Quick Start Guide

Welcome to Testnetic. Testnetic has been designed to help organisations tackle four key issues relating to software development:
  • Test Case Management – the storing of test case descriptions for quality assurance of software development
  • Testing – Executing one or a series of steps as defined by test cases.
  • Issue Tracking – Identifying and documenting task (or bugs) that have not been identified through a documented testing process.
  • Collaboration – Improving productivity via improved dialogue between testers, product managers and developers.
Testnetic has been designed from the ground up to comprehensively address these requirements in an intuitive, comprehensive and affordable hosted application. The index follows the sequence we could recommend to get started with Testnetic.


  1. Overview of Testing and issue tracking
  2. Creating and changing projects
  3. Creating a Test Suite
  4. Creating Test Cases
  5. Assigning a Test to a Test Suite
  6. Running a Test and a Test Suite
  7. Creating an Issue
  8. Using Activities

1. Overview of testing and issue tracking

Testnetic has been designed to support robust best practice testing whilst at the same time ensuring testing can be performed quickly and accurately in a collaborative environment. Testnetic’s approach and the terminology reflect current best practice with the key construct being: Project: Each project is totally unique to each other with no data exisiting between projects. Test Case: A documented set of things to do to validate a correct outcome. Includes procedure and expected outcome. Test Suite: A collection of Test Cases to test a particular component or environment. Test Library: All of the available tests that could be run either individually or as part of a test suite. Issue: Enables a task to be created that is not associated with a test. Can be a result of exploratory testing. Activities: All Issues and failed tested are automatically appear in Activities. Subsequently these can be rectified and retested as required.

2. Creating and changing projects

To separate clients, projects or major components of a simple application use Project. You can create as many projects as required. To swap between projects select the required project from the drop down list. Whenever you login make sure you are in the correct project. To create a new project select Create a Project. To add users select Manage Projects.

3. Creating a Test Suite

There are differing perspectives of how Test Suites should be employed, however for Testnetic it represents a collection of tests associated with a single component or process. A Test Case may be assigned to multiple Test Suites. It is also useful to create a General Test Suite. If you wish to add an Issue that is not tied to a particular Test Case (such as a typographical error) then it can be added to a Test Suite created for that purpose. For instance, a Test Suite called General or Miscellaneous could be created. The tester can create multiple Test Suites using the same test. For instance, one Test Suite might be testing using the Firefox browser and another might use the same tests with a Google Chrome browser. Test Suites, along with the Tests associated with it may be copied. Test may also be subsequently added and deleted from a Test Suite. This enables testing to be completed for different versions or test environments.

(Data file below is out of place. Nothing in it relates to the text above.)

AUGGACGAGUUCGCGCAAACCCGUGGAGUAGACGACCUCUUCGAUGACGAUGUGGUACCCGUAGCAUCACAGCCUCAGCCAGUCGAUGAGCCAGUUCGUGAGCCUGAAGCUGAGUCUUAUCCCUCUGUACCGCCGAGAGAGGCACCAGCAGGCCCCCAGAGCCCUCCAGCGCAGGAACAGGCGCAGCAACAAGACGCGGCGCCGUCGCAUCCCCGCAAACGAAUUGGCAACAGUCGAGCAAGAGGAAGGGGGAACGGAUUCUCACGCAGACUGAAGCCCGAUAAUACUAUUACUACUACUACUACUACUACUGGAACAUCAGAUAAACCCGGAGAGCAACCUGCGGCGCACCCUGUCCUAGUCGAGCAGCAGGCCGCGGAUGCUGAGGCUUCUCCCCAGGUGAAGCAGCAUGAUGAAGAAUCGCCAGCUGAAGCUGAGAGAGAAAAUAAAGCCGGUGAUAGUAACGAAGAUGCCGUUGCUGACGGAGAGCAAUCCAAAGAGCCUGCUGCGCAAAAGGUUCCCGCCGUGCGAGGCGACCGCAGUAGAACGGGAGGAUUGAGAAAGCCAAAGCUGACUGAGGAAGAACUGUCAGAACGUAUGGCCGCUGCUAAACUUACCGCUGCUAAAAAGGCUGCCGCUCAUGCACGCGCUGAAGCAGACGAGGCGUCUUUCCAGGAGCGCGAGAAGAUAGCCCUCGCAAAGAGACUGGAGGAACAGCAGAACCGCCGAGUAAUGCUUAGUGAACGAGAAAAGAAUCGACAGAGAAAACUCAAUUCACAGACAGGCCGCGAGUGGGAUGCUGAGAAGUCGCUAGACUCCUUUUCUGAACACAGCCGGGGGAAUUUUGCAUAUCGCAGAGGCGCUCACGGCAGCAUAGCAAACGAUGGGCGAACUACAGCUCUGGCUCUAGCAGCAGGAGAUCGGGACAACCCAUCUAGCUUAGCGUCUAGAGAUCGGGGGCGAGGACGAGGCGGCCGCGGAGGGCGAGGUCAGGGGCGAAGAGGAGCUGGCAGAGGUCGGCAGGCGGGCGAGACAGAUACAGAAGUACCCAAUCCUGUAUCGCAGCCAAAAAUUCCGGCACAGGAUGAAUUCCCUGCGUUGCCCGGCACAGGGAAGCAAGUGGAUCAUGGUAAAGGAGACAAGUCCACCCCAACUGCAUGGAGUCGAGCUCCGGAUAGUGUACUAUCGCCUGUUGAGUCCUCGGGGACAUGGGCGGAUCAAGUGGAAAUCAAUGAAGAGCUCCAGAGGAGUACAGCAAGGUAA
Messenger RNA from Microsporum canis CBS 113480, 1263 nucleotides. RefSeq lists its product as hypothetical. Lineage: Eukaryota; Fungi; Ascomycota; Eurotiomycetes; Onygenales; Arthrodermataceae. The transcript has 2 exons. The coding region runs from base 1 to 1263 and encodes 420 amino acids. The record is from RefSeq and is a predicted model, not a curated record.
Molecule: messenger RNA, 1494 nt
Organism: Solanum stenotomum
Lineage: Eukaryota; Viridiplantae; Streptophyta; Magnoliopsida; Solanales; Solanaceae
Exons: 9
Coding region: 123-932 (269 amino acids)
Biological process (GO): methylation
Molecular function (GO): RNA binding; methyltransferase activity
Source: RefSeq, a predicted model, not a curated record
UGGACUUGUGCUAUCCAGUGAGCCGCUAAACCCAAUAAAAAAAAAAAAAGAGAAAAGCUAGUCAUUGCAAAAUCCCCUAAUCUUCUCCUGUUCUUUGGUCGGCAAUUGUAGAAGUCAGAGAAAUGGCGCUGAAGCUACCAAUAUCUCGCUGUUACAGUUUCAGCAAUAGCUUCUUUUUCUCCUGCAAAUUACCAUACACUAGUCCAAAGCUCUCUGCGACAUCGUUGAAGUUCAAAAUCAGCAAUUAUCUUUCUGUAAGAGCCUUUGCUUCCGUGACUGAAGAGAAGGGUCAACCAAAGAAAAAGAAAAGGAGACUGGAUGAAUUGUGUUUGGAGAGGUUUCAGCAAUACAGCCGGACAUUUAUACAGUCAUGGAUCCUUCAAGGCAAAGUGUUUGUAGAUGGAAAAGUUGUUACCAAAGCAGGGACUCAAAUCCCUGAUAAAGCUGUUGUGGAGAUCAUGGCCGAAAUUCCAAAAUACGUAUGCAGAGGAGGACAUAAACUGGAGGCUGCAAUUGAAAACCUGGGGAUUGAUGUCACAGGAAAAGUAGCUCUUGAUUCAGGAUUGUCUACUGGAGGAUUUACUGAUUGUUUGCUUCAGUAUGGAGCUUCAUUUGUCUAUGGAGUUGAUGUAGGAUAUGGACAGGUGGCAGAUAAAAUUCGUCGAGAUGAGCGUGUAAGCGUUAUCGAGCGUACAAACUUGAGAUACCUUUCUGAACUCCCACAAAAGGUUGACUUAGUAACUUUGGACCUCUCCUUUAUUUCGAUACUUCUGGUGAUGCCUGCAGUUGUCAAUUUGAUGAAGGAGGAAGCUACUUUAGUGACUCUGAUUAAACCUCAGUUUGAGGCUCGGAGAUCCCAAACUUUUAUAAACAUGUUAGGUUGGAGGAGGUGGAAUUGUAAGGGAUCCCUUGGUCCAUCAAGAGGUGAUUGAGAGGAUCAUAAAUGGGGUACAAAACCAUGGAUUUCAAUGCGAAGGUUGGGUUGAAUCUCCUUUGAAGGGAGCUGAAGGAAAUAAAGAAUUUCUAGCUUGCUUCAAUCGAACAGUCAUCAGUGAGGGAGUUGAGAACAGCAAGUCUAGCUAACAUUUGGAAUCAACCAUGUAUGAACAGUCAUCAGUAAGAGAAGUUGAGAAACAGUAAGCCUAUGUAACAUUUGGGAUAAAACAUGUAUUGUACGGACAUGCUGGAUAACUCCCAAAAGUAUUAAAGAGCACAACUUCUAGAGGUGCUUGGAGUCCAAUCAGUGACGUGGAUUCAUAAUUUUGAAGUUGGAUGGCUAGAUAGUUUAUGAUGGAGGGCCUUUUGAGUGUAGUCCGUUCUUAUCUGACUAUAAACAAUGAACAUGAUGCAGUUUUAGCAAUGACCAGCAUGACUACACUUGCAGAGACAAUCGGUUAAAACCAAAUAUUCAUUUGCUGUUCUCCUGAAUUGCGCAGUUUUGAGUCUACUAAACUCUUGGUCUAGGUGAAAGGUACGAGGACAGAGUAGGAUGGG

4. Creating Test Cases

As an application is developed typical there evolves a standard set of tests which ensure the quality of the development is maintained. A tests has two key elements; the procedure – how to perform the test, and the outcome – what is expected as a consequence of the test. Images can be added to further highlight the process. A Test can be run as part of an overall Test Suite, or as an individual test; selected from the Test Library. With paid accounts Test Cases may be imported as CSV files.

5. Assigning a Test to a Test Suite

Once tests have be created it is simple to add them to a Test Suite. The Tests will appear in the order they are added to a Test Suite. When a Test Suite is run, the Tests will be presented for testing in the order they were added to the Test Suite. Therefore it is important to ensure tests are added in the appropriate sequence for testing.

6. Running a Test

A test run may be conducted as a unique event or alternatively part of a Test Suite. a.) Running a single test: Go to Test Library, select the test you wish to perform and follow the steps outlined in the Test Procedure. b.) Run a series of tests: Often there is the requirement to test a complete component or module within an application. As discussed Test Suites are built to support these requirements. Select the required Test Suite and then the tests are presented as a series of tests.

7. Creating an Issue

Sometimes there is a need t0 create an issue to be that is not associated with a Test. For example you might identify a spelling error. We recommend creating a generic Test Suite called Miscellaneous. When an issue is identified, select that Test Suite from the drop down, document the issue and submit. This Issue is added to Tasks and can be attended to with other tasks.

8. Tasks

Any failed tests or issues are automatically added to Tasks. These can be assigned to a person, a due date, communications established between team members and a priority. Once completed they can assigned to re-test or deployed.

9. Communication with other team members

To avoid using email it is possible to communicate with other members within the application. If you type a comment and select a user those comments will appear in their comments drop down. Select Tasks from the menu and select the applicable task. Click in the “Select Users to Notify” and an option of all possible users will appear. Typing their name reduces the list size.